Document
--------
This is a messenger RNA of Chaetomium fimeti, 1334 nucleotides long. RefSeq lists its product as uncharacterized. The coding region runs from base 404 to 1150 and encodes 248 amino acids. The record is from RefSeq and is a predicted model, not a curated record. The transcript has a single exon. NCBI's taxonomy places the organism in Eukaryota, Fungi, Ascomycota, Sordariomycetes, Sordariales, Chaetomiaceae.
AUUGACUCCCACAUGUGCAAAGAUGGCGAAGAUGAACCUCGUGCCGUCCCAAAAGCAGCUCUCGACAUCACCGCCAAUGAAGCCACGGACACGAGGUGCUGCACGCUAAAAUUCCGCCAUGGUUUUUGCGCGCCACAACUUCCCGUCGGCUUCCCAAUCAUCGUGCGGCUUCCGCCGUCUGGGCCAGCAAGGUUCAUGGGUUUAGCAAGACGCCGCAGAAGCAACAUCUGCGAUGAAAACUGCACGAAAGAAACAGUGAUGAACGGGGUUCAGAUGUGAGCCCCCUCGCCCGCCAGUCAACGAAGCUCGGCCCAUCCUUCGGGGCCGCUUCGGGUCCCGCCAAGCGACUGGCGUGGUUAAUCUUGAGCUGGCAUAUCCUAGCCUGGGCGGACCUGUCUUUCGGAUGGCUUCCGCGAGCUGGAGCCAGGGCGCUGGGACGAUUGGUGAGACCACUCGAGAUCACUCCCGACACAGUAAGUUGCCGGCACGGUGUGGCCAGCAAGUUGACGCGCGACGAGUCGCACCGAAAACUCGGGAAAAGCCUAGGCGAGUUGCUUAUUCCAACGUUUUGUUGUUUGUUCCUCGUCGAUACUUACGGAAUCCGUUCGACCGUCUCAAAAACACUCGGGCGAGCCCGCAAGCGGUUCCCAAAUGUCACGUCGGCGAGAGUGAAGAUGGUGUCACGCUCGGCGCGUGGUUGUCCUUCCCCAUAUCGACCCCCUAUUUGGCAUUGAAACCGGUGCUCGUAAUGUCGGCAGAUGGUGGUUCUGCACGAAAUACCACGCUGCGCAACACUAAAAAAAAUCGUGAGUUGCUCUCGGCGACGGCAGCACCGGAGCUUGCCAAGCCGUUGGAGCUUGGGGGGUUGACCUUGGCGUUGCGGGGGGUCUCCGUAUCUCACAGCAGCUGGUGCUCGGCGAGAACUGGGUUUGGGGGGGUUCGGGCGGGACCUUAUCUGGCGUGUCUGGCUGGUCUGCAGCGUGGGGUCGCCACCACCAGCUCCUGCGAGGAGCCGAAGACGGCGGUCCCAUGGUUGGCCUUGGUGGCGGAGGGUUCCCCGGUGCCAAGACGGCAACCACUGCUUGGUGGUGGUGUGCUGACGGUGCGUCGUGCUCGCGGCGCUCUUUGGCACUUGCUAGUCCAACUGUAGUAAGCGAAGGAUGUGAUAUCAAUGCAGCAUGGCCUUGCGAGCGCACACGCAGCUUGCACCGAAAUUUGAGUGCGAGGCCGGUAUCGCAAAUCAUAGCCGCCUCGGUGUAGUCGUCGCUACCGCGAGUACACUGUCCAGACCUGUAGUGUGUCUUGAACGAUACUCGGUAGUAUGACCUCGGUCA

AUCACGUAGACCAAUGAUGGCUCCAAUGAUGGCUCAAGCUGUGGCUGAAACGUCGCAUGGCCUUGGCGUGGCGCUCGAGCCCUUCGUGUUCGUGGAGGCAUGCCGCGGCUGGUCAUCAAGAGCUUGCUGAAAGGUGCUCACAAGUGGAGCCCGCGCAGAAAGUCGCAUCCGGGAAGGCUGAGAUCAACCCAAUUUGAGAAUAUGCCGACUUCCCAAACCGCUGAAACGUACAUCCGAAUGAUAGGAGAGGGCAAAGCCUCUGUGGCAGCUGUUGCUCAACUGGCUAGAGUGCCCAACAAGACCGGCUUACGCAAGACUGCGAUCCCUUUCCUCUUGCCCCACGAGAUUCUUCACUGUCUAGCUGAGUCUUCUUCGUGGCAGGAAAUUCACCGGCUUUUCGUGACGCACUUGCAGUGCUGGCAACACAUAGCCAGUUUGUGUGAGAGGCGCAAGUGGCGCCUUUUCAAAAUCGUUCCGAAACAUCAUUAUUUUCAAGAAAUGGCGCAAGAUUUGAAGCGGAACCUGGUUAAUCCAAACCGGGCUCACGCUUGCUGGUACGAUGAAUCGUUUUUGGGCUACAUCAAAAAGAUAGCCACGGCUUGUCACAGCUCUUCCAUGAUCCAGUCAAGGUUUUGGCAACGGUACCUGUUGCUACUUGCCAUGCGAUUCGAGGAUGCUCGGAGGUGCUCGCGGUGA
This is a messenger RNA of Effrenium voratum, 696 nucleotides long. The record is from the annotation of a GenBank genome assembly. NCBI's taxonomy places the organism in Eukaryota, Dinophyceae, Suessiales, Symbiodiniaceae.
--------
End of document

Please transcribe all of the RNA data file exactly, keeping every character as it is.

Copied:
This is a messenger RNA of Chaetomium fimeti, 1334 nucleotides long. RefSeq lists its product as uncharacterized. The coding region runs from base 404 to 1150 and encodes 248 amino acids. The record is from RefSeq and is a predicted model, not a curated record. The transcript has a single exon. NCBI's taxonomy places the organism in Eukaryota, Fungi, Ascomycota, Sordariomycetes, Sordariales, Chaetomiaceae.
AUUGACUCCCACAUGUGCAAAGAUGGCGAAGAUGAACCUCGUGCCGUCCCAAAAGCAGCUCUCGACAUCACCGCCAAUGAAGCCACGGACACGAGGUGCUGCACGCUAAAAUUCCGCCAUGGUUUUUGCGCGCCACAACUUCCCGUCGGCUUCCCAAUCAUCGUGCGGCUUCCGCCGUCUGGGCCAGCAAGGUUCAUGGGUUUAGCAAGACGCCGCAGAAGCAACAUCUGCGAUGAAAACUGCACGAAAGAAACAGUGAUGAACGGGGUUCAGAUGUGAGCCCCCUCGCCCGCCAGUCAACGAAGCUCGGCCCAUCCUUCGGGGCCGCUUCGGGUCCCGCCAAGCGACUGGCGUGGUUAAUCUUGAGCUGGCAUAUCCUAGCCUGGGCGGACCUGUCUUUCGGAUGGCUUCCGCGAGCUGGAGCCAGGGCGCUGGGACGAUUGGUGAGACCACUCGAGAUCACUCCCGACACAGUAAGUUGCCGGCACGGUGUGGCCAGCAAGUUGACGCGCGACGAGUCGCACCGAAAACUCGGGAAAAGCCUAGGCGAGUUGCUUAUUCCAACGUUUUGUUGUUUGUUCCUCGUCGAUACUUACGGAAUCCGUUCGACCGUCUCAAAAACACUCGGGCGAGCCCGCAAGCGGUUCCCAAAUGUCACGUCGGCGAGAGUGAAGAUGGUGUCACGCUCGGCGCGUGGUUGUCCUUCCCCAUAUCGACCCCCUAUUUGGCAUUGAAACCGGUGCUCGUAAUGUCGGCAGAUGGUGGUUCUGCACGAAAUACCACGCUGCGCAACACUAAAAAAAAUCGUGAGUUGCUCUCGGCGACGGCAGCACCGGAGCUUGCCAAGCCGUUGGAGCUUGGGGGGUUGACCUUGGCGUUGCGGGGGGUCUCCGUAUCUCACAGCAGCUGGUGCUCGGCGAGAACUGGGUUUGGGGGGGUUCGGGCGGGACCUUAUCUGGCGUGUCUGGCUGGUCUGCAGCGUGGGGUCGCCACCACCAGCUCCUGCGAGGAGCCGAAGACGGCGGUCCCAUGGUUGGCCUUGGUGGCGGAGGGUUCCCCGGUGCCAAGACGGCAACCACUGCUUGGUGGUGGUGUGCUGACGGUGCGUCGUGCUCGCGGCGCUCUUUGGCACUUGCUAGUCCAACUGUAGUAAGCGAAGGAUGUGAUAUCAAUGCAGCAUGGCCUUGCGAGCGCACACGCAGCUUGCACCGAAAUUUGAGUGCGAGGCCGGUAUCGCAAAUCAUAGCCGCCUCGGUGUAGUCGUCGCUACCGCGAGUACACUGUCCAGACCUGUAGUGUGUCUUGAACGAUACUCGGUAGUAUGACCUCGGUCA

AUCACGUAGACCAAUGAUGGCUCCAAUGAUGGCUCAAGCUGUGGCUGAAACGUCGCAUGGCCUUGGCGUGGCGCUCGAGCCCUUCGUGUUCGUGGAGGCAUGCCGCGGCUGGUCAUCAAGAGCUUGCUGAAAGGUGCUCACAAGUGGAGCCCGCGCAGAAAGUCGCAUCCGGGAAGGCUGAGAUCAACCCAAUUUGAGAAUAUGCCGACUUCCCAAACCGCUGAAACGUACAUCCGAAUGAUAGGAGAGGGCAAAGCCUCUGUGGCAGCUGUUGCUCAACUGGCUAGAGUGCCCAACAAGACCGGCUUACGCAAGACUGCGAUCCCUUUCCUCUUGCCCCACGAGAUUCUUCACUGUCUAGCUGAGUCUUCUUCGUGGCAGGAAAUUCACCGGCUUUUCGUGACGCACUUGCAGUGCUGGCAACACAUAGCCAGUUUGUGUGAGAGGCGCAAGUGGCGCCUUUUCAAAAUCGUUCCGAAACAUCAUUAUUUUCAAGAAAUGGCGCAAGAUUUGAAGCGGAACCUGGUUAAUCCAAACCGGGCUCACGCUUGCUGGUACGAUGAAUCGUUUUUGGGCUACAUCAAAAAGAUAGCCACGGCUUGUCACAGCUCUUCCAUGAUCCAGUCAAGGUUUUGGCAACGGUACCUGUUGCUACUUGCCAUGCGAUUCGAGGAUGCUCGGAGGUGCUCGCGGUGA
This is a messenger RNA of Effrenium voratum, 696 nucleotides long. The record is from the annotation of a GenBank genome assembly. NCBI's taxonomy places the organism in Eukaryota, Dinophyceae, Suessiales, Symbiodiniaceae.